ALERT aims to help residents prepare

Disaster preparedness may not be anyone’s idea of a good time, but Langley officials want people to know how to respond to an earthquake, flood, extended severe weather, fire or other emergency.

The first response depends on individuals, according to Langley Mayor Tim Callison, as the city prepares to launch a disaster preparedness program.

The new program called ALERT, the acronym for Advanced Langley Emergency Response Team, is aimed specifically at helping residents help themselves until organized assistance arrives.

“We’ve shamelessly borrowed most of the material from the very active and well-operating program in Coupeville,” Callison said. “We want people to be ready to take care of themselves and neighbors for several days if necessary. The program relies heavily on neighborhood organization and personal preparation.”

Callison said ALERT is specific to the one square mile of Langley city limits and its population of 1,170 people. But he quickly points out the program is flexible enough to provide assistance for outlying areas.

“We fully expect that people would migrate to the city for services in a major emergency,” he observed.

“The program comes in response to a greater awareness of potential emergency situations,” Callison said. “For example, we know more now than ever about the possibility of earthquakes. Our island geography means gaps in services are possible and we want to enable individuals to rely on themselves and their neighbors.”

ALERT divides Langley into 12 zones, based loosely on traditional neighborhood lines. The city will identify “zone leaders” and provide training to map locations and determine resources. Callison said the zone lines can be adjusted if necessary.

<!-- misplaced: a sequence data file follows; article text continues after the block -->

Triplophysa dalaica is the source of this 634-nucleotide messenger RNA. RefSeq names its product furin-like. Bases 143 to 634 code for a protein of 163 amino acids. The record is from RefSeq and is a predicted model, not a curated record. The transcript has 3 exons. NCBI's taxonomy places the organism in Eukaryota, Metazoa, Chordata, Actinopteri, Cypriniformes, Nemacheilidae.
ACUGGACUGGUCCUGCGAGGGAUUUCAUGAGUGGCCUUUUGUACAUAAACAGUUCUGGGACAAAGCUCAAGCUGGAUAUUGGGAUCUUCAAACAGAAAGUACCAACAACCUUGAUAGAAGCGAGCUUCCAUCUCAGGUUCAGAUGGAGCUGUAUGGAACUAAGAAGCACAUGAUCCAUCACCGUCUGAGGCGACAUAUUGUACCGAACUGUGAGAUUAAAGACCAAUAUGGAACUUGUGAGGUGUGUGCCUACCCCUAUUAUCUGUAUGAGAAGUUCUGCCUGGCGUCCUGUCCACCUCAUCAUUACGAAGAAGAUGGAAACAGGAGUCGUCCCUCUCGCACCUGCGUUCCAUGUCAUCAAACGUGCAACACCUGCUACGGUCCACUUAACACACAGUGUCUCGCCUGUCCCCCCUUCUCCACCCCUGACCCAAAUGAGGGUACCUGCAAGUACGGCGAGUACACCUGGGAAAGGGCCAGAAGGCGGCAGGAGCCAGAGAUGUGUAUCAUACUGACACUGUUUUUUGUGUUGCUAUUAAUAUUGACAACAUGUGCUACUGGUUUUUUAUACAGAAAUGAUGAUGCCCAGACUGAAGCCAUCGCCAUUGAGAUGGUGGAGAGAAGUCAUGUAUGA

The program follows a top-down model which starts at the individual level. The structure carries on through neighborhood, city and local inter-agency services to county and state resources. Institutional relief responders, such as Red Cross, follow as requested and needed.

“We’re suggesting that individuals and households be prepared for up to 10 days without government services,” Callison said. “That includes such things as food and water storage, protection from weather, essential prescription drugs, pet care and ability to assist others.”

Preparation can include the Community Emergency Response Team, or CERT, training provided by Island County Emergency Management. Dave and Debbie Stoetzel have done the training. They said every islander could benefit from the classes which emphasize self preparation.

“CERT really encourages you to think critically about being ready for an emergency,” Dave Stoetzel said.

Callison also suggested that residents have an emergency kit in their cars and homes. Complete packages are available from online retailers and sporting goods stores for about $125. Otherwise, Red Cross and Emergency Management can provide a list and people can make their own kit. Home preparation might include non-perishable food supplies.

The fact that Langley is on an island presents some unusual considerations, Callison said. A closure of Highway 525 would severely disrupt north-to-south travel. Likewise, Deception Pass Bridge is a very important transportation and communication link.

A working dock at Langley is an advantage, along with space at Island County Fairgrounds for community shelters, according to Callison. Buried lines from Whidbey Telecom could provide reliable communication if something happens to cell towers. The Air Park on Crawford Road and the fairgrounds can be used for helicopters.

Langley’s senior population may have special needs.

“Our average age is 58,” Callison said. “People need to consider how an emergency would impact medical devices and prescription drug supplies.”

Langley’s mayor said ALERT gets a lot of benefit for little money: “We’ve spent a couple of thousand dollars so far for literature, and we have about $15,000 in allocated reserves. We have new automatic propane generators in city hall and the city-owned library building next door. The real work involves supporting volunteers to help people to take care of themselves and their neighbors.”

Callison said the disaster response program also relies on working agreements with other agencies such as Port of South Whidbey, South Whidbey Fire/EMS, Island County Sheriff, Good Cheer and Senior Services.

Island County Emergency Management is at dem@co.island.wa.us or 360-679-7370. More information on CERT is available at http://www.islandcert.org/. To learn more about ALERT, contact Langley City Hall at frontdesk@langley.org or 360-221-4246.

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